We’ve said all the way along that Paul is particularly concerned for the relationship between Jews and Gentiles in the church; that’s why he lays out his argument in a way that stresses the continuity between God’s work in the church and his past work in national Israel.  That’s also why Paul puts so much time and effort into, first, arguing that Jews and Gentiles now come to God on exactly equal footing, in exactly the same way—through Jesus Christ—and, second, showing that this doesn’t contradict anything God said through the Law and the Prophets, but in fact fulfills them.  His concern is theological, but good theology is practical:  bad theology on the part of both Jewish and Gentile Christians has led to quarrels and division in the body of Christ, and needs correcting.
The root of the matter appears to have been, as you would expect, disagreement over keeping the Jewish law.  On the one hand, you have Jewish Christians who do believe that they are saved by Christ alone, but also believe that they need to continue to keep the Old Testament law as law in order to live the kind of holy and pure life God requires.  On the other stand Gentile Christians, many of whom never kept the law before, who see no need whatsoever to do so now, given that their salvation is by grace alone through faith alone in Christ alone.  This wouldn’t need to be a problem, except that each group is convinced that they are right and the other group needs to change, and is bad for refusing to change; as a result you get quarrels, name-calling, accusations, put-downs, and all the other things that make up the political ads I talked about last week.
In this case, the Gentile group despises the Jewish group as weak in faith for continuing to cling to the law of Moses, while the Jewish group is con­demning the Gentile group as unrighteous—as not even caring enough to be righteous—for refusing to keep the law.  Paul is not going to let this continue.  Whatever else either side may have right or wrong, their attitude toward each other is absolutely sinful and inappropriate.
He makes this argument even though he clearly agrees with the Gentile Christians that their Jewish brothers and sisters are indeed showing weakness in their faith.  They couldn’t be sure that the meat was kosher, and both it and the wine might have been offered to idols before being sold, so—just vegetables and water for them, just like Daniel and his friends.  There were many religious days to keep—besides the major feast and fast days, many Jews would set aside a day each week to fast and pray.  Is any of this necessary?  No; but how does that give the Gentiles any right to pass judgment?  Or again, what makes the Jews in the church think theyhave any right to judge?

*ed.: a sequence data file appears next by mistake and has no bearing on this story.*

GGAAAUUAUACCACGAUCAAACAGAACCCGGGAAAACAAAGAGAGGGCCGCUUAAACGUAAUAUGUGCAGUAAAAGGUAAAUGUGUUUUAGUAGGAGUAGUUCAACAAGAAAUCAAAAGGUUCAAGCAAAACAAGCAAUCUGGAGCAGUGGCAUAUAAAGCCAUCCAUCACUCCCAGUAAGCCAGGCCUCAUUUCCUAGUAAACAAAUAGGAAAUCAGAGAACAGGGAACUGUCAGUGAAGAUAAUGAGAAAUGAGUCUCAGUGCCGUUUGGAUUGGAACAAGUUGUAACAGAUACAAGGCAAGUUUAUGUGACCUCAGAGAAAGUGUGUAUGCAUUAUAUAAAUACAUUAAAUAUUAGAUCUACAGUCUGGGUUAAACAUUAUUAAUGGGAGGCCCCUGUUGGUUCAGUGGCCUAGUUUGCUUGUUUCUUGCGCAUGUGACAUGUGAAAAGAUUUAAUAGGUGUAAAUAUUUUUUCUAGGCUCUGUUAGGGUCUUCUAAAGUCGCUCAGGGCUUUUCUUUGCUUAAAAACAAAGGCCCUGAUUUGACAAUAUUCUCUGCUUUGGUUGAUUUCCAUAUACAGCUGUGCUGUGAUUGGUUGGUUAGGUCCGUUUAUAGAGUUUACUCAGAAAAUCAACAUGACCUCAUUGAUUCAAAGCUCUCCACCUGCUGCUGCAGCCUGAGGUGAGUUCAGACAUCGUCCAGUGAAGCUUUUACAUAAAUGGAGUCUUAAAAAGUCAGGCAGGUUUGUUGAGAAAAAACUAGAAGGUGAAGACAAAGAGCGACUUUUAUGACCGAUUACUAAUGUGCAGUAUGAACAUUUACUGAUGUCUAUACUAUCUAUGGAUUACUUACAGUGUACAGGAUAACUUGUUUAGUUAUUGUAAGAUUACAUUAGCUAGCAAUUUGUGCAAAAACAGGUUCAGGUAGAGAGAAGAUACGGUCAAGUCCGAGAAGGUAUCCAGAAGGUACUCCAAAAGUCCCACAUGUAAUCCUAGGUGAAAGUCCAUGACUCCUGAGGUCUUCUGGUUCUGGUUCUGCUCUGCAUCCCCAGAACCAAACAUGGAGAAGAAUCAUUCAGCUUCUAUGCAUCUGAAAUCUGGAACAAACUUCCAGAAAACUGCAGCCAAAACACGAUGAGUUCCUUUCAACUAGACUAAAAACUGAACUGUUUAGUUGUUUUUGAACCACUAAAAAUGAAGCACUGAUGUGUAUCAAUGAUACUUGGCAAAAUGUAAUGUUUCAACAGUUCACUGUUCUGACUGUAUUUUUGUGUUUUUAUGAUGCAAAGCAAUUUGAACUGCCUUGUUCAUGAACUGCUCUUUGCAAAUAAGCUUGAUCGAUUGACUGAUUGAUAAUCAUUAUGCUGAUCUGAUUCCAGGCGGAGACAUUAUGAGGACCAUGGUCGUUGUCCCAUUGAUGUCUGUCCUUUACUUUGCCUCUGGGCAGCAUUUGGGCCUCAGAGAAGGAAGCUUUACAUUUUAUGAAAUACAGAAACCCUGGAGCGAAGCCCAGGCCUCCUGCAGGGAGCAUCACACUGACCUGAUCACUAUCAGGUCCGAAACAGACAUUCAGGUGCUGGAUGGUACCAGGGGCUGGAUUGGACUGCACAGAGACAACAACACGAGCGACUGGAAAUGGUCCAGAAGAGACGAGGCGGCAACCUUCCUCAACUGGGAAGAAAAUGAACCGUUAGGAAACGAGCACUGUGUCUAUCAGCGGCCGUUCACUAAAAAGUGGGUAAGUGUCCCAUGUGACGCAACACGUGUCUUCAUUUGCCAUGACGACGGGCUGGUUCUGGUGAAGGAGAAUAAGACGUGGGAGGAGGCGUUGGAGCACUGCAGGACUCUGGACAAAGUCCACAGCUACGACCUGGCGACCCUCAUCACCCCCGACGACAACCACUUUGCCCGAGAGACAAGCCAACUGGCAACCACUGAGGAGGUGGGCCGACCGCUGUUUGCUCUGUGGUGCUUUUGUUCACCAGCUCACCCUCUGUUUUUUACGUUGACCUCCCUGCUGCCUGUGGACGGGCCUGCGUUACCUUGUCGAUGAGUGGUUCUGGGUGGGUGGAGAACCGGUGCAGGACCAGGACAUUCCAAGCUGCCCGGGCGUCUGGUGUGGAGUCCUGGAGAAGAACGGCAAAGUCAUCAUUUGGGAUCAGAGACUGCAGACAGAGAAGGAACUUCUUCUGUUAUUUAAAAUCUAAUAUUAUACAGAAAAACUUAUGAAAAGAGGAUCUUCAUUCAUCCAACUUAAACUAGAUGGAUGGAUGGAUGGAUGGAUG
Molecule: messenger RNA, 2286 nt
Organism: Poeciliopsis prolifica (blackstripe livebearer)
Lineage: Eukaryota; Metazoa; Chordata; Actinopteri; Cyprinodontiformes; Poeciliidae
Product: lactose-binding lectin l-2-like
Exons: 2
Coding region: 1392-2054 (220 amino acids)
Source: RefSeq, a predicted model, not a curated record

There are a couple issues here.  One, neither group is sinning.  Both have put their faith in Christ alone; both are accepted by God.  Paul would like to see the Jewish Christians grow stronger in their faith, to the point where they no longer feel the need to keep the law—where they can trust their freedom in Christ—but this is nothing for which they deserve to be berated or treated with disdain.  On the other hand, they don’t have the right to claim their weakness as righteousness, much less to judge anyone else by that standard.
Two, both groups’ focus is wrong.  Was it inappropriate for the strong Christians to recognize the weakness in faith of some of the Jewish Christians?  No.  Was it wrong for the weak to be concerned about the way some of the Gentile Christians were living?  In part, but maybe not in whole.  We’re called to build each other up in faith, not to ignore the issues in one another’s lives.  But.  Remember what Paul’s been talking about—don’t think more of yourself than you ought to, honor one another above yourselves, love one another.  Put aside the works of darkness, including dissension and jealousy; don’t try to make yourself superior to one another.
When we see weakness or sin in the life of a fellow Christian, if we can do anything to encourage and guide them and help them grow, we have a responsibility to do what we can; but even when that means exercising discipline, as parents or as leaders, that doesn’t give us the right to pass judgment.  Judgment comes down from above, and we don’t stand that way before each other; we come from beside one another, down on our knees, humbly seeking to serve.  The right to judge is God’s alone, because only the master has the right to judge his servant, and there is only one master:  God.
It’s no accident that this discussion in chapter 14 comes immediately after the commands in chapter 13 to walk in the day and stop planning out ways to satisfy the desires of the flesh; that’s a lot of what the dispute here is about.  OK, so you don’t need the law to be saved—but isn’t it the best way to make sure you’re living the way God wants you to live?  It seems like the most obvious one; but as Paul has already said, it doesn’t work.  The law doesn’t address what’s really wrong with us, and if we believe we need to keep it in order to be righteous, we tend to end up becoming convinced that we’re righteous because we’re keeping it—and thus that anyone who isn’t keeping it with us, isn’t righteous.  To whatever extent we put our trust in law, we’re putting our trust in ourselves rather than in Christ; that weakens our faith, and it makes us judgmental.